Thursday, November 01, 2007
Atheism is not a Worldview
At Spiked, Dolan Cummings comments on the recent efforts of certain atheists to build a group identity movement around atheism:
Richard Dawkins's campaign urging atheists to 'come out' and be counted, is oddly reminiscent of an evangelical rally where born-again Christians are implored to rush down to the stage.There are two things wrong with such efforts. The obvious one Cummings indicates here: Whether there is a God is just one small question in philosophy. To attempt to do anything with others who answer "No." than (perhaps, within some narrow context) build an ad hoc alliance against various attempts to desecularize the government is in fact quite a stretch.
The desire to establish atheism as an alternative identity is ultimately conservative. Rather than joining together with others who share a positive vision of the future, self-styled atheists define themselves against an external threat.
Less obvious -- but interestingly enough -- partially as a consequence of the first problem -- is that the whole notion of building a "group identity" is based on the underlying altruist assumption that the individual belongs to the group.
There is nothing wrong with wanting to have friends or allies, but before one can do that, one must know with his own mind what is best for himself -- not for some movement, or culture, or "society". Atheism is not sufficient grounds to reach the comprehensive philosophical perspective necessary to determine (for example) whether one should live one's life for its own sake or for a collective. Any given atheist may or may not have enough in common with me to be a genuine ally, so these efforts are worse than premature. Furthermore, to really appreciate this, I had to make my intellectual journey in the only way possible: alone.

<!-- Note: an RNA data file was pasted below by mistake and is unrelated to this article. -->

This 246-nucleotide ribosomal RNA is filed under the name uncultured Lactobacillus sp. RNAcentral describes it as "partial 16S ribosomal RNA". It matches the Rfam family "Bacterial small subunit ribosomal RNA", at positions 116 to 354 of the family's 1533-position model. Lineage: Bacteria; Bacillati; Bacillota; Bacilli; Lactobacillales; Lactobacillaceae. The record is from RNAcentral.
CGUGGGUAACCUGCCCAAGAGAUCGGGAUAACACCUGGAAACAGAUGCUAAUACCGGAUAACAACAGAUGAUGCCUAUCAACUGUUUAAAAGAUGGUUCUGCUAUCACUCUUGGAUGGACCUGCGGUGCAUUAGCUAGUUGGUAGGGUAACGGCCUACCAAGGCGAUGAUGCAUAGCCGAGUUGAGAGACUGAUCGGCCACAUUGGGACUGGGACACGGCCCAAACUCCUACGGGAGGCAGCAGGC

By contrast, if one permits his priorities to be set by the expectations of a group to which one wants to "belong", some form of compromise is the inevitable result, even if merely in the form of withholding valid criticism. This kind of separation of one's actions from one's rational judgement is the major goal of religion and where the rubber really hits the road in terms of where it harms man.
In the case of this "identity movement", our culture is saturated with the religiously-inspired ethics of altruism, which most people will hold by default if they do not go beyond just asking whether there is a God. So this movement is inspired by and can only reinforce altruism, and prematurely end the intellectual journey of anyone who joins. Bad idea.
Who is better off in the long run? Someone who can think independently, but who, at the moment believes that there is a God? Or someone who is an atheist, but is too worried about his "group identity" to form his own opinions about other matters or challenge what "the other atheists" are saying?
Via Isaac Schrodinger comes an interesting look at the relationship between the amount of money handed over to "Palestinians" and the number of homicides they commit each year. Joe Settler's unsurprising conclusion? "You can practically estimate how many Palestinians acts of murder and terrorism will be committed in any year based on how much money they received the year before."
Some First-Wave Ska
Awhile back, I posted about ska, my favorite kind of music, which originated in Jamaica around the time it became independent. The below YouTube video plays clips of several early ska songs while showing a montage of scenes from Jamaica and England from around that time.
Among the scenes are quite a few showing legendary musicians and places of interest, such as the site of Studio One. (HT: Adrian Hester)
Today: Corrected a typo.